SACRAMENTO – Anglers on the Washington coast could see an increase in catch quotas for coho salmon this year, but chinook harvest guidelines will be significantly lower than those in effect last season, according to the Washington Department of Fish and Wildlife (WDFW).
Three ocean salmon-fishing options adopted today by the Pacific Fishery Management Council (PFMC) reflect slightly stronger hatchery coho returns to the lower Columbia River and a commitment to meet conservation objectives for all wild stocks, said Phil Anderson, special assistant to WDFW Director Jeff Koenings.
The options also take into account lower returns of hatchery chinook salmon to Washington’s waters, and the need to limit fishing pressure on weak salmon stocks listed under the federal Endangered Species Act (ESA), he said.
The PFMC, which establishes fishing seasons in ocean water three to 200 miles off the Pacific coast, last year adopted recreational ocean fishing quotas of 31,000 chinook and 73,200 coho salmon. This year’s recreational ocean options are:
- 17,875 chinook and 117,600 coho;
- 16,250 chinook and 100,800 coho; and
- 11,200 chinook and 67,200 coho.
The PFMC is expected to adopt ocean fishing harvest levels from among those options, as well as season starting dates, at its April 2-6 meeting in SeaTac.
Anderson said the earliest starting date proposed for all coastal chinook and coho recreational fisheries is July 1.
“We are also considering proposals that would adjust salmon bag limits and the number of days open per week to try and provide anglers a full summer of fishing in the ocean,” said Anderson, who represents WDFW on the management council.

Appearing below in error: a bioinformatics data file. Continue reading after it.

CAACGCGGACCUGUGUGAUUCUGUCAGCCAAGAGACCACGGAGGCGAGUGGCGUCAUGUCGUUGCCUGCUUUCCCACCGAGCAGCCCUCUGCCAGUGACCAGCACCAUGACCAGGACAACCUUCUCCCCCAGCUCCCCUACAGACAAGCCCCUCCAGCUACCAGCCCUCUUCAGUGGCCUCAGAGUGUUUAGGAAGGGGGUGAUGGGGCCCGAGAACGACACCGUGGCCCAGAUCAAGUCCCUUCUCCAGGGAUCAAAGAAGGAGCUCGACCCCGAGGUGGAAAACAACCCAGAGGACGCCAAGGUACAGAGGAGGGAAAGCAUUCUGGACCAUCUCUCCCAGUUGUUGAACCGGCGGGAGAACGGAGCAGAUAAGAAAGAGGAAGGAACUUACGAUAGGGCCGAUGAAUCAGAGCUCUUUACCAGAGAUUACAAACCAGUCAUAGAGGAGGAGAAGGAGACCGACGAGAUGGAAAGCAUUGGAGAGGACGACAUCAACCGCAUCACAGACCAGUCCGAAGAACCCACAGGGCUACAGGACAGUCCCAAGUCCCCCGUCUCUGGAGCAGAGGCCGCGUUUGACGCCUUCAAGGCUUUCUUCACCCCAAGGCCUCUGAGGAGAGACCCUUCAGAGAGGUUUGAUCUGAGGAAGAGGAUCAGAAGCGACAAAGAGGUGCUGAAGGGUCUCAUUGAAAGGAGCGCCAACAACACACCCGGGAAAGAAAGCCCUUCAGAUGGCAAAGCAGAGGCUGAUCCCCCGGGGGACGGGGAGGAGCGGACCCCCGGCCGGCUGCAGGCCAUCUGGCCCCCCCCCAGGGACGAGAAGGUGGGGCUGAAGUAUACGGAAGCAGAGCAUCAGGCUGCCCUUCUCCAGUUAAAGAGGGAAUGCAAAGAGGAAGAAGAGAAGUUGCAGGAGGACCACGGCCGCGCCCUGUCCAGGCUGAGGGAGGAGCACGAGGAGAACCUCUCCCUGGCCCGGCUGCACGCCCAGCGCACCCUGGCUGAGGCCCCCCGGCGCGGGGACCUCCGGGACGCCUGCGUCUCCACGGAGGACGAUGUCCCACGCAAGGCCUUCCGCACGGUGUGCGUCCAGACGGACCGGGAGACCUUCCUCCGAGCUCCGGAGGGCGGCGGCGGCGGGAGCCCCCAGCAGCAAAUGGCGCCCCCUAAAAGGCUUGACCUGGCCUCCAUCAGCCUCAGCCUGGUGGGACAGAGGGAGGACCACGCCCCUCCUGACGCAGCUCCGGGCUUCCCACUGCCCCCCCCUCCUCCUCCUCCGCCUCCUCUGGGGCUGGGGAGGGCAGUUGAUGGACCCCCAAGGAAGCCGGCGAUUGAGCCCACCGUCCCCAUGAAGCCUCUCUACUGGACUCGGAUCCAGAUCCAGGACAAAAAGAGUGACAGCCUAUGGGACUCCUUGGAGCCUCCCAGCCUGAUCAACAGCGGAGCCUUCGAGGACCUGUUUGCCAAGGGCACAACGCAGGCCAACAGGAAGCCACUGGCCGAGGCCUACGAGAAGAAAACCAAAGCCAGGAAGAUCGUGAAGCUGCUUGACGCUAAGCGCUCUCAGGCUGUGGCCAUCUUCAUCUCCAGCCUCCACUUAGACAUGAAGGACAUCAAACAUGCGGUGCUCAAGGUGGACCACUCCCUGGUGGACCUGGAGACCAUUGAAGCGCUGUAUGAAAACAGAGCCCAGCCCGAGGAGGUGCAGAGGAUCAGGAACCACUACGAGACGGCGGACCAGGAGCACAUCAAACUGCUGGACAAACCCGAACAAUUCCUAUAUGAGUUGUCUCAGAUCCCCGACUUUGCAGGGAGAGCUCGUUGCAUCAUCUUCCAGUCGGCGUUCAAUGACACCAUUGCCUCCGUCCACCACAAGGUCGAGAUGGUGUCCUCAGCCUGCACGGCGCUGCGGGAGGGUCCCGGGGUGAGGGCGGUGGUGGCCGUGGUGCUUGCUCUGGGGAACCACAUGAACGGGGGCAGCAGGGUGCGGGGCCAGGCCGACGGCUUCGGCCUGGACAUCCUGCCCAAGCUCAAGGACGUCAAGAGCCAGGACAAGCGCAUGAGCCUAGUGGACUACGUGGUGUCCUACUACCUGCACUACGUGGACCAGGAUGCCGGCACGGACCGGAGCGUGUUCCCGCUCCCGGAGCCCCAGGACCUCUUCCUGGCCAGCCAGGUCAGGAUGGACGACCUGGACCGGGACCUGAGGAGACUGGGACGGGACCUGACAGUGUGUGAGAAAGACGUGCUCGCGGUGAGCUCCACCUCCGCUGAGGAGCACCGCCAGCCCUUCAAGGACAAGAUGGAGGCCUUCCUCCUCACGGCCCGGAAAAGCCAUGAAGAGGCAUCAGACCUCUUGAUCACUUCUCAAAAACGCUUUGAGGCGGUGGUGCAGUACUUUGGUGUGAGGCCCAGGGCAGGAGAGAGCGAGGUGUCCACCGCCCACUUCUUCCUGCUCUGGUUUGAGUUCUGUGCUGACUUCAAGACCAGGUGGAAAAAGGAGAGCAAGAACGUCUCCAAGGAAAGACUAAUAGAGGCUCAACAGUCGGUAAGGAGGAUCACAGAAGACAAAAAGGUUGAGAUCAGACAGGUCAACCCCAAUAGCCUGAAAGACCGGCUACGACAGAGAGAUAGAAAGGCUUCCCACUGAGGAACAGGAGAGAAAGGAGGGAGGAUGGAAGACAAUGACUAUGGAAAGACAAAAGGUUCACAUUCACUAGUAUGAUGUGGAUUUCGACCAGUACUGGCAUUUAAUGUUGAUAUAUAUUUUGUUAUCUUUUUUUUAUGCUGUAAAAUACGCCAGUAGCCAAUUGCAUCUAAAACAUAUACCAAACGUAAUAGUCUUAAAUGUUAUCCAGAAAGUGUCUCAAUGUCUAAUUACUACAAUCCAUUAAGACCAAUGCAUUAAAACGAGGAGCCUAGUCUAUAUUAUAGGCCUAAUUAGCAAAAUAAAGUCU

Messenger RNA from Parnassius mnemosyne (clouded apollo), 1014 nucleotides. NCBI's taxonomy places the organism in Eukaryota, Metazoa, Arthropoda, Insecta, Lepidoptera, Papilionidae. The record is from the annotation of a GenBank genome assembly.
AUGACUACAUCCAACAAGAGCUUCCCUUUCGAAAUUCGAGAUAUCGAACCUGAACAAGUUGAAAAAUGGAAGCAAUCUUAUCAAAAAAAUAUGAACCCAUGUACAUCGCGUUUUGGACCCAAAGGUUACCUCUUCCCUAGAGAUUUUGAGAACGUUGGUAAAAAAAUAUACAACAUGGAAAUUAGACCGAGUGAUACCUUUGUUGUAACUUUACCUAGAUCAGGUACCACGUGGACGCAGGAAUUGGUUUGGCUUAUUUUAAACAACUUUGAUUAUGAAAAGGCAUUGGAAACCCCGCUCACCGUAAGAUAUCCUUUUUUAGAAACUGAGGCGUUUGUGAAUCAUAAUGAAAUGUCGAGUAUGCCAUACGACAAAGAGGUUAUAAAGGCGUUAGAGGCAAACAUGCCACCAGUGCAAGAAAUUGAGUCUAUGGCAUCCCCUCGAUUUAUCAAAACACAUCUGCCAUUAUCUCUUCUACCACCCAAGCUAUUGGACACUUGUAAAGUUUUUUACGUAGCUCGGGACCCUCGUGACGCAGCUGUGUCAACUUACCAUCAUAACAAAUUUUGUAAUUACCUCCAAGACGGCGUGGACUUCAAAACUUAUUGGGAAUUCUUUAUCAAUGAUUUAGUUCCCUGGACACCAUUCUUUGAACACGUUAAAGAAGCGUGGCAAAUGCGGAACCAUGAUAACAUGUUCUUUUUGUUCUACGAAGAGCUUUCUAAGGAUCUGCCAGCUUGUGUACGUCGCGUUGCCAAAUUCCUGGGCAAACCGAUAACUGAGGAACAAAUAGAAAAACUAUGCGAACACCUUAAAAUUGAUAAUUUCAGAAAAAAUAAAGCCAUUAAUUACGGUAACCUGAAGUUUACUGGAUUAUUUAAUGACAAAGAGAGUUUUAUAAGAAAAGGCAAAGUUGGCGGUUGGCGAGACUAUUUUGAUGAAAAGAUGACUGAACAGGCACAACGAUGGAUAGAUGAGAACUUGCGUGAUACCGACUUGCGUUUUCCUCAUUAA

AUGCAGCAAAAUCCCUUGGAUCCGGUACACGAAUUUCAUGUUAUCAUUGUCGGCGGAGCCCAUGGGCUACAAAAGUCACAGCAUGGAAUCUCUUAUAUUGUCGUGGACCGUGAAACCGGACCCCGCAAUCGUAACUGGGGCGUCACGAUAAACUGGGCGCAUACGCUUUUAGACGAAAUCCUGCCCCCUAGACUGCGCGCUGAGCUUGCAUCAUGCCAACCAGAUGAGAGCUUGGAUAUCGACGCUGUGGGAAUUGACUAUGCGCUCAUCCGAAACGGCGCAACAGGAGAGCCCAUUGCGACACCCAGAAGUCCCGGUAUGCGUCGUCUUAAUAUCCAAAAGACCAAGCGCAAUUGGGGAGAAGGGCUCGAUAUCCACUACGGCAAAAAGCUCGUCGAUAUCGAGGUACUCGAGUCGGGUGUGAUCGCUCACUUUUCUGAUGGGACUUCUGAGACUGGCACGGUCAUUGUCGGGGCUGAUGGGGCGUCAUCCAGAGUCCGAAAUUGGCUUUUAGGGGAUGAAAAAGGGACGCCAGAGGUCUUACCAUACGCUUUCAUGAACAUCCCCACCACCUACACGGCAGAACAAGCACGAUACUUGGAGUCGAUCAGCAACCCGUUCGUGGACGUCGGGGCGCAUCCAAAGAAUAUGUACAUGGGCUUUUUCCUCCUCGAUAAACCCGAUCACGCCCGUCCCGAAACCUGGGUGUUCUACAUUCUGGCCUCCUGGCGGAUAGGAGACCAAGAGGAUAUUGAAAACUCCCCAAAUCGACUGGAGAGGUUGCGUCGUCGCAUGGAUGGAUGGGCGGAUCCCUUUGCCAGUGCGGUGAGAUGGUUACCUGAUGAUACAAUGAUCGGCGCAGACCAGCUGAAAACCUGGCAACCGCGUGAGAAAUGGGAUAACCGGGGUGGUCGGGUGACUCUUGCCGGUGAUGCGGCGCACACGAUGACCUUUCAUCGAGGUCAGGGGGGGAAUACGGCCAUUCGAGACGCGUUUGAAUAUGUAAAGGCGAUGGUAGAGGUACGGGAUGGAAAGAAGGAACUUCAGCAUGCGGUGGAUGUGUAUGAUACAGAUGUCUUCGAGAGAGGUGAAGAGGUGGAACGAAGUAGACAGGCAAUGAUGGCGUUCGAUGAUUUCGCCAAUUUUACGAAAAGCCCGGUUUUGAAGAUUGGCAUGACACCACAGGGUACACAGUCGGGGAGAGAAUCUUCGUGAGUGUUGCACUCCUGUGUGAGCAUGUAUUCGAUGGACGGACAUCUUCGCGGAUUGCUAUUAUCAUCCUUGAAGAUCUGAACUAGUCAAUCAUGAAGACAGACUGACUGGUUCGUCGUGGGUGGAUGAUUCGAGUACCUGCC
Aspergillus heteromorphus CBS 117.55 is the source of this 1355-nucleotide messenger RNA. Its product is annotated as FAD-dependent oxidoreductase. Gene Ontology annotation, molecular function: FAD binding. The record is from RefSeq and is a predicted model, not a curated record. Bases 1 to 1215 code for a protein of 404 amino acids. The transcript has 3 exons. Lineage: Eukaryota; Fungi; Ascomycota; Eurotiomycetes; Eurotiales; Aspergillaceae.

Chinook and coho quotas approved by the PFMC will be part of an overall 2007 salmon fishing package, which includes marine and freshwater fisheries throughout Puget Sound, the Columbia River and Washington’s coastal areas. State and tribal co-managers are currently developing those fisheries.
The co-managers will complete the final 2007 salmon fisheries package in conjunction with the PFMC process during its April meeting.
Meanwhile, public meetings are scheduled this month to discuss regional fisheries issues. Fishery managers will consider input from these regional discussions during the “North of Falcon” process, which involves planning for the numerous fishing seasons in Washington’s waters.
Two public North of Falcon meetings are scheduled for March 13 at the Community Center in Lacey and March 27 at the Lynwood Embassy Suites. Both meetings will begin at 9 a.m.
More information about the salmon-season setting process, and a schedule of public meetings, can be found on WDFW’s North of Falcon website (http://wdfw.wa.gov/fish/northfalcon/).